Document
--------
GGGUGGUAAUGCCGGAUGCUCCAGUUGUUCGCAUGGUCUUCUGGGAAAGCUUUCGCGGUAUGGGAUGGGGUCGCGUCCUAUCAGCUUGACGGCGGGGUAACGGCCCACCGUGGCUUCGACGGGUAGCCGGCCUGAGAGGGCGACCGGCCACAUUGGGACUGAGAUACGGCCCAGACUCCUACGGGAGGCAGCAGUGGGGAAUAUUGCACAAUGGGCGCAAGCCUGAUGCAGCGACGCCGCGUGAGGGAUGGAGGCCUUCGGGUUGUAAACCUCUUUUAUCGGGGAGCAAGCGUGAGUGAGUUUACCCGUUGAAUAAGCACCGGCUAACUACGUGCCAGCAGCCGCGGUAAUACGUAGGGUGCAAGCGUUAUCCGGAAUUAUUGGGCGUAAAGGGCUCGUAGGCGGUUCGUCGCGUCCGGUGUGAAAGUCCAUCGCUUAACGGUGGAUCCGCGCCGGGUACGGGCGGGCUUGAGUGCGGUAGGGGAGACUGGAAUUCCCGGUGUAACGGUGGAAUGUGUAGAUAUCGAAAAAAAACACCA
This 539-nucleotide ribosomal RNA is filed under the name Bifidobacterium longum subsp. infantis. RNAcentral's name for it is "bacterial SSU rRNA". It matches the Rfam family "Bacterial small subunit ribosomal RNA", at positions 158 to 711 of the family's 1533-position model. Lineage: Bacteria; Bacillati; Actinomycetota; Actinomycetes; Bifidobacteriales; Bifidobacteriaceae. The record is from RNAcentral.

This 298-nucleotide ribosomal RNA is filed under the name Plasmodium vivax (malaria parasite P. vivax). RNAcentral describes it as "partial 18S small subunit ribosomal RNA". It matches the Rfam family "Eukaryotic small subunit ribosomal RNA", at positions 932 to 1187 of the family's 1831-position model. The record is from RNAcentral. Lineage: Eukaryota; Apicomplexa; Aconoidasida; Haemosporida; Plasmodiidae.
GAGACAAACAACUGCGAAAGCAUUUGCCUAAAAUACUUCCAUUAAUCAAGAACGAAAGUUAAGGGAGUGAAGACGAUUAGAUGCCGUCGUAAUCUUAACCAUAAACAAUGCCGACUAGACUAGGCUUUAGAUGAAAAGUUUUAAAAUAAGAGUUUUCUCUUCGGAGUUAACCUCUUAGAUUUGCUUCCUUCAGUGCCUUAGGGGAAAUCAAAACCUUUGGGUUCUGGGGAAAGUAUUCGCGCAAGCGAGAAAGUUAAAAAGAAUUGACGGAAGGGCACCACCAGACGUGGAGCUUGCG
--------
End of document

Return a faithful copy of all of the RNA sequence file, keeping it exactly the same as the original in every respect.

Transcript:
GGGUGGUAAUGCCGGAUGCUCCAGUUGUUCGCAUGGUCUUCUGGGAAAGCUUUCGCGGUAUGGGAUGGGGUCGCGUCCUAUCAGCUUGACGGCGGGGUAACGGCCCACCGUGGCUUCGACGGGUAGCCGGCCUGAGAGGGCGACCGGCCACAUUGGGACUGAGAUACGGCCCAGACUCCUACGGGAGGCAGCAGUGGGGAAUAUUGCACAAUGGGCGCAAGCCUGAUGCAGCGACGCCGCGUGAGGGAUGGAGGCCUUCGGGUUGUAAACCUCUUUUAUCGGGGAGCAAGCGUGAGUGAGUUUACCCGUUGAAUAAGCACCGGCUAACUACGUGCCAGCAGCCGCGGUAAUACGUAGGGUGCAAGCGUUAUCCGGAAUUAUUGGGCGUAAAGGGCUCGUAGGCGGUUCGUCGCGUCCGGUGUGAAAGUCCAUCGCUUAACGGUGGAUCCGCGCCGGGUACGGGCGGGCUUGAGUGCGGUAGGGGAGACUGGAAUUCCCGGUGUAACGGUGGAAUGUGUAGAUAUCGAAAAAAAACACCA
This 539-nucleotide ribosomal RNA is filed under the name Bifidobacterium longum subsp. infantis. RNAcentral's name for it is "bacterial SSU rRNA". It matches the Rfam family "Bacterial small subunit ribosomal RNA", at positions 158 to 711 of the family's 1533-position model. Lineage: Bacteria; Bacillati; Actinomycetota; Actinomycetes; Bifidobacteriales; Bifidobacteriaceae. The record is from RNAcentral.

This 298-nucleotide ribosomal RNA is filed under the name Plasmodium vivax (malaria parasite P. vivax). RNAcentral describes it as "partial 18S small subunit ribosomal RNA". It matches the Rfam family "Eukaryotic small subunit ribosomal RNA", at positions 932 to 1187 of the family's 1831-position model. The record is from RNAcentral. Lineage: Eukaryota; Apicomplexa; Aconoidasida; Haemosporida; Plasmodiidae.
GAGACAAACAACUGCGAAAGCAUUUGCCUAAAAUACUUCCAUUAAUCAAGAACGAAAGUUAAGGGAGUGAAGACGAUUAGAUGCCGUCGUAAUCUUAACCAUAAACAAUGCCGACUAGACUAGGCUUUAGAUGAAAAGUUUUAAAAUAAGAGUUUUCUCUUCGGAGUUAACCUCUUAGAUUUGCUUCCUUCAGUGCCUUAGGGGAAAUCAAAACCUUUGGGUUCUGGGGAAAGUAUUCGCGCAAGCGAGAAAGUUAAAAAGAAUUGACGGAAGGGCACCACCAGACGUGGAGCUUGCG